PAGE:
‘When the going gets weird, the weird turn pro.’ One of Hunter S. Thompson’s best known aphorisms is wont to tumble through the brain of anyone lured into the cinema by the promise of mucho gonzo from Allan Moyle’s new film, Weirdsville.
The weird have indeed turned pro in the case of Moyle; once rightly feted for 1990’s Pump Up The Volume, a film that took direction from the ‘rebellious teens’ dramas of the 50s but managed to splice in Public Enemy and pirate radio, he’s had a rather spotty CV in recent years. Man in the Mirror: The Michael Jackson Story, anybody?
But while Weirdsville is a step in the right direction, it’s unlikely to reignite Moyle’s career. A kind of Canadian Trainspotting as if reimagined by John Landis and sponsored by MTV, Weirdsville charts one night in the lives of Dexter (Scott Speedman) and Royce (Wes Bentley), two loser smackheads whose lovable behaviour and peak physical condition owes much to Danny Boyle but little to medical science; Requiem For A Dream this ain’t.
And like all lovable losers in movieland, Dexter and Royce have a problem: they owe money to local dealer Omar (Raoul Bhaneja). Generously, Omar decides to loan them more drugs so that they can sell them and pay him back with the profits, which made me check my internal logicometer until I realised that drug dealers are just like VISA these days, so that probably makes sense.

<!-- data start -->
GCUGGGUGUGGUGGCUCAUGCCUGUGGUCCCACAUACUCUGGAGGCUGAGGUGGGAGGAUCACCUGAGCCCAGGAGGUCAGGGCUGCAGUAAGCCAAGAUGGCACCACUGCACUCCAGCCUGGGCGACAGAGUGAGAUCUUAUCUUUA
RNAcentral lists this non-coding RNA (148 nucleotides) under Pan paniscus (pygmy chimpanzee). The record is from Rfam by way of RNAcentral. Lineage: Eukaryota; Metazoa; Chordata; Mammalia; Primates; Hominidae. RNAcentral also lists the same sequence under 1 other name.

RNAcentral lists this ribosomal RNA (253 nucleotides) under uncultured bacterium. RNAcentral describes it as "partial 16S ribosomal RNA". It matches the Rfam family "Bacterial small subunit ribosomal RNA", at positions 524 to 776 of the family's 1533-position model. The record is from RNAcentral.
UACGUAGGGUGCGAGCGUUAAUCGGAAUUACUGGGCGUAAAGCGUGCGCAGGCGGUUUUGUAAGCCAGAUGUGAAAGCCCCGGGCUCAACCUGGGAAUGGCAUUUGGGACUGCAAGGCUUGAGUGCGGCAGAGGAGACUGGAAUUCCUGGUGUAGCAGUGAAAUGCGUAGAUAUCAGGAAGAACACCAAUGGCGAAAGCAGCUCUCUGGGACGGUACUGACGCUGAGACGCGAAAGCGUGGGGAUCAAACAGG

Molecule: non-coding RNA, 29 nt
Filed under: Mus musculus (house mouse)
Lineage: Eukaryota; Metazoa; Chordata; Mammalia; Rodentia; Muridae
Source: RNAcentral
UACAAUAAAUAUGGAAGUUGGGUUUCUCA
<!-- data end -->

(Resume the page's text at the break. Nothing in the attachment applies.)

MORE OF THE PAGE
But Dexter and Royce don’t get a chance to deal a thing: Royce’s girlfriend Matilda (Taryn Manning, channelling Edie Sedgwick) OD’s the lot, leaving the boys with no stash and a dead body to dispose of. Their choice of a gravesite is a little unorthodox (underneath a drive-in theatre where Royce used to work), but surprisingly busy for a cold winter’s night in Ontario: the local satanists are using it for a ritual, and Dexter, Royce, and the now not-dead-at-all Matilda all get caught up in it. And, of course, Dexter picked a pretty bad week to give up getting high…
So far, so black comedy: until the satanists make their entrance, Weirdsville is gritty and funny, and takes its cues from films like Gridlock’d, which featured Tupac Shakur and Tim Roth wandering around Detroit trying to kick the habit. But where Gridlock’d knew how to balance the comedy of the characters with the basic grimmness of their situation and sustain that tone throughout the movie, Weirdsville decides to tear up the rulebook and run helter-skelter into a series of contrived set-pieces that, while funny, make the film seem a bit like a series of skits rather than a piece of cinema.
We get bad-ass mall security guards who are under 4 foot tall, a bungled robbery of a safe from a local millionaire (Matt Frewer, required to do little other than be hit by an icicle and lie in a coma for most of the movie), people getting captured, escaping, and getting captured again, until it’s hard to really care about whether the boys get the money and/or the girl.
Attempts at drama are scuppered by Moyle’s frantic fast-cutting and breackneck pacing and by the end of the film, the audience feels as exhausted as the main characters, which may or may not be the point. Speedman and Bentley do the best they can, but if you want a comedy full of weirdness, go back to the source and rent The Blues Brothers instead.